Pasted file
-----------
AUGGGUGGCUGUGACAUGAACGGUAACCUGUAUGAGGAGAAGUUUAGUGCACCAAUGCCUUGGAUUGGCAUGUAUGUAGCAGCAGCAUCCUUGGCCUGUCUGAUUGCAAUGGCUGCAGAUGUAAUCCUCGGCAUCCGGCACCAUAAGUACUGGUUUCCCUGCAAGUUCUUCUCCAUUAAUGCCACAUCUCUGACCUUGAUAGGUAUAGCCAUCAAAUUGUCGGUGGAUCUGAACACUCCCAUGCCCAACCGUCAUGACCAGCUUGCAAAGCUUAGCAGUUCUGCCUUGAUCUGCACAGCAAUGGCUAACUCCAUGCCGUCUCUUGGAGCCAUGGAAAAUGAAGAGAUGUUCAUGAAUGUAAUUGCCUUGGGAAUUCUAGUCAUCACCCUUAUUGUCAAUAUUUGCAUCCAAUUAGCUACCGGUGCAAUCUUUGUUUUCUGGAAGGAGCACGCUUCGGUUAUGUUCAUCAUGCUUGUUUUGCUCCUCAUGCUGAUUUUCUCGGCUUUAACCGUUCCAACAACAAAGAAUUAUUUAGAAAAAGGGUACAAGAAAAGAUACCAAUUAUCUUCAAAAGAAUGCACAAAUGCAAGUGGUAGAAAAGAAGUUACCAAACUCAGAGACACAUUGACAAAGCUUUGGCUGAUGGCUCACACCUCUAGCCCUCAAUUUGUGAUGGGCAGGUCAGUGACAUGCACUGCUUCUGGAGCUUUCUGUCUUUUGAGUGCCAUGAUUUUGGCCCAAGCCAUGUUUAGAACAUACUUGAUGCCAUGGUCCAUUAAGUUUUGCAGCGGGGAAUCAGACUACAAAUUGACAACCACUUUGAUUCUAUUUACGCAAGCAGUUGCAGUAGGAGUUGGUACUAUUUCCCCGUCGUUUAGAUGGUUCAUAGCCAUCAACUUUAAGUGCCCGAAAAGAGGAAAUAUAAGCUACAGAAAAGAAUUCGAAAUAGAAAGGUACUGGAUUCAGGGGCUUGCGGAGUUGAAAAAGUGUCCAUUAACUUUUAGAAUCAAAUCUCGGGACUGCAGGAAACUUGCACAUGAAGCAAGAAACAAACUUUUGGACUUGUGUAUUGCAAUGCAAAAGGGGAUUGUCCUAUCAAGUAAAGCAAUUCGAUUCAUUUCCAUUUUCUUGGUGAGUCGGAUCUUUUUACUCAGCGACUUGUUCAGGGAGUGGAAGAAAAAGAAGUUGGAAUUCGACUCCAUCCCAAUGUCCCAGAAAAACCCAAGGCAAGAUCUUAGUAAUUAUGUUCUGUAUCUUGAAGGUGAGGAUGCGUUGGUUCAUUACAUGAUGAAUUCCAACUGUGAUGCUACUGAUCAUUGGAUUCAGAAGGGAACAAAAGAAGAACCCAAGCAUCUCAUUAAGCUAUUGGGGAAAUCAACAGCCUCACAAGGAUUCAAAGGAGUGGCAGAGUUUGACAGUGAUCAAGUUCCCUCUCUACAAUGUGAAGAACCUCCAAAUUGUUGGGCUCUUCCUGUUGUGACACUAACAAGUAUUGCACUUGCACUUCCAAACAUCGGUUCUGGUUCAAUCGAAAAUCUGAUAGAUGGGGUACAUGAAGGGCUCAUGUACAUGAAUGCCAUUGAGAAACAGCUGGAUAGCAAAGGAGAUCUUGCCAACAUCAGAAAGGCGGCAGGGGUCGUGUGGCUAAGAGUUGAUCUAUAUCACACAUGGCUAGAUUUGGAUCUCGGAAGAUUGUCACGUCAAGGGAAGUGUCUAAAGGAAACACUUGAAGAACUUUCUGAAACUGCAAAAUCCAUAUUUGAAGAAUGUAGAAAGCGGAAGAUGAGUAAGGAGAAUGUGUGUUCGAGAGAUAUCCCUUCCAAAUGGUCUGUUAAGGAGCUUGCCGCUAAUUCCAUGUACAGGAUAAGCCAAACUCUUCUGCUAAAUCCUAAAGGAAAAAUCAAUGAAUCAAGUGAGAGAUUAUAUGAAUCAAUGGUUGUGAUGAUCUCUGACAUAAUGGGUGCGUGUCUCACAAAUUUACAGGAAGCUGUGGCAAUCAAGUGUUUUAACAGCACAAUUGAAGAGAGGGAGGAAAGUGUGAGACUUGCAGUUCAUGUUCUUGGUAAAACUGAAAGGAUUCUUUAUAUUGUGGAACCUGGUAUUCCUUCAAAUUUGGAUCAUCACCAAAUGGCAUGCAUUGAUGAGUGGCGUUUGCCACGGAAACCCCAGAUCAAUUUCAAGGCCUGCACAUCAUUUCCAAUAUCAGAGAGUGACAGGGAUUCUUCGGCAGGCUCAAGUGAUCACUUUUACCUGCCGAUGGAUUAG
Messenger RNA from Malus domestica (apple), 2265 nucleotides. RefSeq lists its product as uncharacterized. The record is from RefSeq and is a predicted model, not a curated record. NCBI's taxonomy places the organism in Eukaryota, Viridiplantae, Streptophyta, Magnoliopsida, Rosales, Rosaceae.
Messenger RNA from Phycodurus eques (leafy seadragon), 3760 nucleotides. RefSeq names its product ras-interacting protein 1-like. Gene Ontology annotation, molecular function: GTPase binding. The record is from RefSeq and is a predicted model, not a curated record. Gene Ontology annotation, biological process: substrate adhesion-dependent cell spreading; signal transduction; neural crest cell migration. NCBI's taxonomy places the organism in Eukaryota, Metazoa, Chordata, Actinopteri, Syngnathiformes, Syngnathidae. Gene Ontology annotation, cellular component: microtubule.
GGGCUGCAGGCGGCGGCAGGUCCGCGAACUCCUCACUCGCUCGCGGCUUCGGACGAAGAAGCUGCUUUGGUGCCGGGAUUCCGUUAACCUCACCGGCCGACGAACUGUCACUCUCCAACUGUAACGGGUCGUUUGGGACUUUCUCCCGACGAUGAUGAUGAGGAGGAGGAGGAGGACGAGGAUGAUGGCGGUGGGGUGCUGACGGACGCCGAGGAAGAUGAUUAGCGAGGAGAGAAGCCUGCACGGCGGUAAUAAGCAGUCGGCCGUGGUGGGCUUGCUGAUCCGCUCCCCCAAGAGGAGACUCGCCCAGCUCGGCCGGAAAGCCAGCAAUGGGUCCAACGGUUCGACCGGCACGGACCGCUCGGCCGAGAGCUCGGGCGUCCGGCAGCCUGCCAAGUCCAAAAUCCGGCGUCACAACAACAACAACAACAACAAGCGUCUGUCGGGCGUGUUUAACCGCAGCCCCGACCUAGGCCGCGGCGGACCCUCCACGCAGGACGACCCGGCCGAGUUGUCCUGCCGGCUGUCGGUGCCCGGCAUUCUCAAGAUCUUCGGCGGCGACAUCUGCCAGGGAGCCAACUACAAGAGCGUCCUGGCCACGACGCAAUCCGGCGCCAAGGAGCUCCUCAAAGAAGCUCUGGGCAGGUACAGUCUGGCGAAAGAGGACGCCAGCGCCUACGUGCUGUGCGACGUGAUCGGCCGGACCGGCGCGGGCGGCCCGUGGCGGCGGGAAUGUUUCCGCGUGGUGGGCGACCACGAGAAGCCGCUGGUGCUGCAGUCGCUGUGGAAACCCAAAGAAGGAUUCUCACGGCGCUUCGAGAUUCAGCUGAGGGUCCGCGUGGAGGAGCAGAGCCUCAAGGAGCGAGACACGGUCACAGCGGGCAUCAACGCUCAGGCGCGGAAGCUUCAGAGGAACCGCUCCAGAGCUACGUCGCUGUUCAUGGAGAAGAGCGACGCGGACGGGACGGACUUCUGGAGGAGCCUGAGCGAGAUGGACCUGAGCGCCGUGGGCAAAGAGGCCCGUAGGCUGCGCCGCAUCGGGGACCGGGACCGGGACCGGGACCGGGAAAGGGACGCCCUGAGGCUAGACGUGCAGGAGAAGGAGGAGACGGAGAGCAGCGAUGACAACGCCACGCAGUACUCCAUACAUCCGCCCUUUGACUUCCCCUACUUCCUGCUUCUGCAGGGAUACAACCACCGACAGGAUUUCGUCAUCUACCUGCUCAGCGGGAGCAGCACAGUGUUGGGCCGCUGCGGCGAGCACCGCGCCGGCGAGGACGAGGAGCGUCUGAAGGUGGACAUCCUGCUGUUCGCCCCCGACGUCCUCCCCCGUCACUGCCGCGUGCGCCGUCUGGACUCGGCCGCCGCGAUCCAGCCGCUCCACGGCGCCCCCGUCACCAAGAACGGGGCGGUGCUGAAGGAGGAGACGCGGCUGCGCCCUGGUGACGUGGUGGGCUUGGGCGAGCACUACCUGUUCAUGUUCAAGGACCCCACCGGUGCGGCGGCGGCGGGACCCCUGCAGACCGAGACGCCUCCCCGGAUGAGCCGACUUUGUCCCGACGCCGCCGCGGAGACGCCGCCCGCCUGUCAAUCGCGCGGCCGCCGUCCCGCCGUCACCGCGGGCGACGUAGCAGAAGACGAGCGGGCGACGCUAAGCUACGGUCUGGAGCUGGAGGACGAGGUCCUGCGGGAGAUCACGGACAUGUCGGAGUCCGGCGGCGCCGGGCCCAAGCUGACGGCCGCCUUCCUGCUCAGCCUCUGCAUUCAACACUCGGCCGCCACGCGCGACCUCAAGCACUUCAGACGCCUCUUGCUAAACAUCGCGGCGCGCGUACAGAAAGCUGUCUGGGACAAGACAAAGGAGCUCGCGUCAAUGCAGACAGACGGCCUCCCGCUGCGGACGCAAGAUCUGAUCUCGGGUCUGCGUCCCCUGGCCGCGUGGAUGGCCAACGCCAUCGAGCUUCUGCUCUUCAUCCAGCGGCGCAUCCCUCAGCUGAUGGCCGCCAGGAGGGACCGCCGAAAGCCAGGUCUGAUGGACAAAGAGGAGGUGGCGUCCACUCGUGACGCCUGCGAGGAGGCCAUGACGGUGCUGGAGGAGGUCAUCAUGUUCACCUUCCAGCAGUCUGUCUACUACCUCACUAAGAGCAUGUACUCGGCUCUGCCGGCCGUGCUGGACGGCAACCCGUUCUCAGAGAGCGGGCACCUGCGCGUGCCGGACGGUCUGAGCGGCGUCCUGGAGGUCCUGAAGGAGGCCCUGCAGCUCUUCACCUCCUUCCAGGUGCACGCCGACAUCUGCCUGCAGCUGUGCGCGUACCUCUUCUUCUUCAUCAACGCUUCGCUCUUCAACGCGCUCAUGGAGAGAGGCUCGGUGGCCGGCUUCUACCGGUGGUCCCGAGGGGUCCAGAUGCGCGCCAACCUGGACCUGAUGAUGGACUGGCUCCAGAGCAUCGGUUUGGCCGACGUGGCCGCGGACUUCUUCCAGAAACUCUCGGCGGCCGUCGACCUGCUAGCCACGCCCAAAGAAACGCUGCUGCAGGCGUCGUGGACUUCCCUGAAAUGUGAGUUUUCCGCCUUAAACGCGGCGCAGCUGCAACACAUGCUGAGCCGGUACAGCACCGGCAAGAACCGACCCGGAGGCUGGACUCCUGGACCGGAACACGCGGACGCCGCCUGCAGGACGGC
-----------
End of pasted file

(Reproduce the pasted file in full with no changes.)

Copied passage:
AUGGGUGGCUGUGACAUGAACGGUAACCUGUAUGAGGAGAAGUUUAGUGCACCAAUGCCUUGGAUUGGCAUGUAUGUAGCAGCAGCAUCCUUGGCCUGUCUGAUUGCAAUGGCUGCAGAUGUAAUCCUCGGCAUCCGGCACCAUAAGUACUGGUUUCCCUGCAAGUUCUUCUCCAUUAAUGCCACAUCUCUGACCUUGAUAGGUAUAGCCAUCAAAUUGUCGGUGGAUCUGAACACUCCCAUGCCCAACCGUCAUGACCAGCUUGCAAAGCUUAGCAGUUCUGCCUUGAUCUGCACAGCAAUGGCUAACUCCAUGCCGUCUCUUGGAGCCAUGGAAAAUGAAGAGAUGUUCAUGAAUGUAAUUGCCUUGGGAAUUCUAGUCAUCACCCUUAUUGUCAAUAUUUGCAUCCAAUUAGCUACCGGUGCAAUCUUUGUUUUCUGGAAGGAGCACGCUUCGGUUAUGUUCAUCAUGCUUGUUUUGCUCCUCAUGCUGAUUUUCUCGGCUUUAACCGUUCCAACAACAAAGAAUUAUUUAGAAAAAGGGUACAAGAAAAGAUACCAAUUAUCUUCAAAAGAAUGCACAAAUGCAAGUGGUAGAAAAGAAGUUACCAAACUCAGAGACACAUUGACAAAGCUUUGGCUGAUGGCUCACACCUCUAGCCCUCAAUUUGUGAUGGGCAGGUCAGUGACAUGCACUGCUUCUGGAGCUUUCUGUCUUUUGAGUGCCAUGAUUUUGGCCCAAGCCAUGUUUAGAACAUACUUGAUGCCAUGGUCCAUUAAGUUUUGCAGCGGGGAAUCAGACUACAAAUUGACAACCACUUUGAUUCUAUUUACGCAAGCAGUUGCAGUAGGAGUUGGUACUAUUUCCCCGUCGUUUAGAUGGUUCAUAGCCAUCAACUUUAAGUGCCCGAAAAGAGGAAAUAUAAGCUACAGAAAAGAAUUCGAAAUAGAAAGGUACUGGAUUCAGGGGCUUGCGGAGUUGAAAAAGUGUCCAUUAACUUUUAGAAUCAAAUCUCGGGACUGCAGGAAACUUGCACAUGAAGCAAGAAACAAACUUUUGGACUUGUGUAUUGCAAUGCAAAAGGGGAUUGUCCUAUCAAGUAAAGCAAUUCGAUUCAUUUCCAUUUUCUUGGUGAGUCGGAUCUUUUUACUCAGCGACUUGUUCAGGGAGUGGAAGAAAAAGAAGUUGGAAUUCGACUCCAUCCCAAUGUCCCAGAAAAACCCAAGGCAAGAUCUUAGUAAUUAUGUUCUGUAUCUUGAAGGUGAGGAUGCGUUGGUUCAUUACAUGAUGAAUUCCAACUGUGAUGCUACUGAUCAUUGGAUUCAGAAGGGAACAAAAGAAGAACCCAAGCAUCUCAUUAAGCUAUUGGGGAAAUCAACAGCCUCACAAGGAUUCAAAGGAGUGGCAGAGUUUGACAGUGAUCAAGUUCCCUCUCUACAAUGUGAAGAACCUCCAAAUUGUUGGGCUCUUCCUGUUGUGACACUAACAAGUAUUGCACUUGCACUUCCAAACAUCGGUUCUGGUUCAAUCGAAAAUCUGAUAGAUGGGGUACAUGAAGGGCUCAUGUACAUGAAUGCCAUUGAGAAACAGCUGGAUAGCAAAGGAGAUCUUGCCAACAUCAGAAAGGCGGCAGGGGUCGUGUGGCUAAGAGUUGAUCUAUAUCACACAUGGCUAGAUUUGGAUCUCGGAAGAUUGUCACGUCAAGGGAAGUGUCUAAAGGAAACACUUGAAGAACUUUCUGAAACUGCAAAAUCCAUAUUUGAAGAAUGUAGAAAGCGGAAGAUGAGUAAGGAGAAUGUGUGUUCGAGAGAUAUCCCUUCCAAAUGGUCUGUUAAGGAGCUUGCCGCUAAUUCCAUGUACAGGAUAAGCCAAACUCUUCUGCUAAAUCCUAAAGGAAAAAUCAAUGAAUCAAGUGAGAGAUUAUAUGAAUCAAUGGUUGUGAUGAUCUCUGACAUAAUGGGUGCGUGUCUCACAAAUUUACAGGAAGCUGUGGCAAUCAAGUGUUUUAACAGCACAAUUGAAGAGAGGGAGGAAAGUGUGAGACUUGCAGUUCAUGUUCUUGGUAAAACUGAAAGGAUUCUUUAUAUUGUGGAACCUGGUAUUCCUUCAAAUUUGGAUCAUCACCAAAUGGCAUGCAUUGAUGAGUGGCGUUUGCCACGGAAACCCCAGAUCAAUUUCAAGGCCUGCACAUCAUUUCCAAUAUCAGAGAGUGACAGGGAUUCUUCGGCAGGCUCAAGUGAUCACUUUUACCUGCCGAUGGAUUAG
Messenger RNA from Malus domestica (apple), 2265 nucleotides. RefSeq lists its product as uncharacterized. The record is from RefSeq and is a predicted model, not a curated record. NCBI's taxonomy places the organism in Eukaryota, Viridiplantae, Streptophyta, Magnoliopsida, Rosales, Rosaceae.
Messenger RNA from Phycodurus eques (leafy seadragon), 3760 nucleotides. RefSeq names its product ras-interacting protein 1-like. Gene Ontology annotation, molecular function: GTPase binding. The record is from RefSeq and is a predicted model, not a curated record. Gene Ontology annotation, biological process: substrate adhesion-dependent cell spreading; signal transduction; neural crest cell migration. NCBI's taxonomy places the organism in Eukaryota, Metazoa, Chordata, Actinopteri, Syngnathiformes, Syngnathidae. Gene Ontology annotation, cellular component: microtubule.
GGGCUGCAGGCGGCGGCAGGUCCGCGAACUCCUCACUCGCUCGCGGCUUCGGACGAAGAAGCUGCUUUGGUGCCGGGAUUCCGUUAACCUCACCGGCCGACGAACUGUCACUCUCCAACUGUAACGGGUCGUUUGGGACUUUCUCCCGACGAUGAUGAUGAGGAGGAGGAGGAGGACGAGGAUGAUGGCGGUGGGGUGCUGACGGACGCCGAGGAAGAUGAUUAGCGAGGAGAGAAGCCUGCACGGCGGUAAUAAGCAGUCGGCCGUGGUGGGCUUGCUGAUCCGCUCCCCCAAGAGGAGACUCGCCCAGCUCGGCCGGAAAGCCAGCAAUGGGUCCAACGGUUCGACCGGCACGGACCGCUCGGCCGAGAGCUCGGGCGUCCGGCAGCCUGCCAAGUCCAAAAUCCGGCGUCACAACAACAACAACAACAACAAGCGUCUGUCGGGCGUGUUUAACCGCAGCCCCGACCUAGGCCGCGGCGGACCCUCCACGCAGGACGACCCGGCCGAGUUGUCCUGCCGGCUGUCGGUGCCCGGCAUUCUCAAGAUCUUCGGCGGCGACAUCUGCCAGGGAGCCAACUACAAGAGCGUCCUGGCCACGACGCAAUCCGGCGCCAAGGAGCUCCUCAAAGAAGCUCUGGGCAGGUACAGUCUGGCGAAAGAGGACGCCAGCGCCUACGUGCUGUGCGACGUGAUCGGCCGGACCGGCGCGGGCGGCCCGUGGCGGCGGGAAUGUUUCCGCGUGGUGGGCGACCACGAGAAGCCGCUGGUGCUGCAGUCGCUGUGGAAACCCAAAGAAGGAUUCUCACGGCGCUUCGAGAUUCAGCUGAGGGUCCGCGUGGAGGAGCAGAGCCUCAAGGAGCGAGACACGGUCACAGCGGGCAUCAACGCUCAGGCGCGGAAGCUUCAGAGGAACCGCUCCAGAGCUACGUCGCUGUUCAUGGAGAAGAGCGACGCGGACGGGACGGACUUCUGGAGGAGCCUGAGCGAGAUGGACCUGAGCGCCGUGGGCAAAGAGGCCCGUAGGCUGCGCCGCAUCGGGGACCGGGACCGGGACCGGGACCGGGAAAGGGACGCCCUGAGGCUAGACGUGCAGGAGAAGGAGGAGACGGAGAGCAGCGAUGACAACGCCACGCAGUACUCCAUACAUCCGCCCUUUGACUUCCCCUACUUCCUGCUUCUGCAGGGAUACAACCACCGACAGGAUUUCGUCAUCUACCUGCUCAGCGGGAGCAGCACAGUGUUGGGCCGCUGCGGCGAGCACCGCGCCGGCGAGGACGAGGAGCGUCUGAAGGUGGACAUCCUGCUGUUCGCCCCCGACGUCCUCCCCCGUCACUGCCGCGUGCGCCGUCUGGACUCGGCCGCCGCGAUCCAGCCGCUCCACGGCGCCCCCGUCACCAAGAACGGGGCGGUGCUGAAGGAGGAGACGCGGCUGCGCCCUGGUGACGUGGUGGGCUUGGGCGAGCACUACCUGUUCAUGUUCAAGGACCCCACCGGUGCGGCGGCGGCGGGACCCCUGCAGACCGAGACGCCUCCCCGGAUGAGCCGACUUUGUCCCGACGCCGCCGCGGAGACGCCGCCCGCCUGUCAAUCGCGCGGCCGCCGUCCCGCCGUCACCGCGGGCGACGUAGCAGAAGACGAGCGGGCGACGCUAAGCUACGGUCUGGAGCUGGAGGACGAGGUCCUGCGGGAGAUCACGGACAUGUCGGAGUCCGGCGGCGCCGGGCCCAAGCUGACGGCCGCCUUCCUGCUCAGCCUCUGCAUUCAACACUCGGCCGCCACGCGCGACCUCAAGCACUUCAGACGCCUCUUGCUAAACAUCGCGGCGCGCGUACAGAAAGCUGUCUGGGACAAGACAAAGGAGCUCGCGUCAAUGCAGACAGACGGCCUCCCGCUGCGGACGCAAGAUCUGAUCUCGGGUCUGCGUCCCCUGGCCGCGUGGAUGGCCAACGCCAUCGAGCUUCUGCUCUUCAUCCAGCGGCGCAUCCCUCAGCUGAUGGCCGCCAGGAGGGACCGCCGAAAGCCAGGUCUGAUGGACAAAGAGGAGGUGGCGUCCACUCGUGACGCCUGCGAGGAGGCCAUGACGGUGCUGGAGGAGGUCAUCAUGUUCACCUUCCAGCAGUCUGUCUACUACCUCACUAAGAGCAUGUACUCGGCUCUGCCGGCCGUGCUGGACGGCAACCCGUUCUCAGAGAGCGGGCACCUGCGCGUGCCGGACGGUCUGAGCGGCGUCCUGGAGGUCCUGAAGGAGGCCCUGCAGCUCUUCACCUCCUUCCAGGUGCACGCCGACAUCUGCCUGCAGCUGUGCGCGUACCUCUUCUUCUUCAUCAACGCUUCGCUCUUCAACGCGCUCAUGGAGAGAGGCUCGGUGGCCGGCUUCUACCGGUGGUCCCGAGGGGUCCAGAUGCGCGCCAACCUGGACCUGAUGAUGGACUGGCUCCAGAGCAUCGGUUUGGCCGACGUGGCCGCGGACUUCUUCCAGAAACUCUCGGCGGCCGUCGACCUGCUAGCCACGCCCAAAGAAACGCUGCUGCAGGCGUCGUGGACUUCCCUGAAAUGUGAGUUUUCCGCCUUAAACGCGGCGCAGCUGCAACACAUGCUGAGCCGGUACAGCACCGGCAAGAACCGACCCGGAGGCUGGACUCCUGGACCGGAACACGCGGACGCCGCCUGCAGGACGGC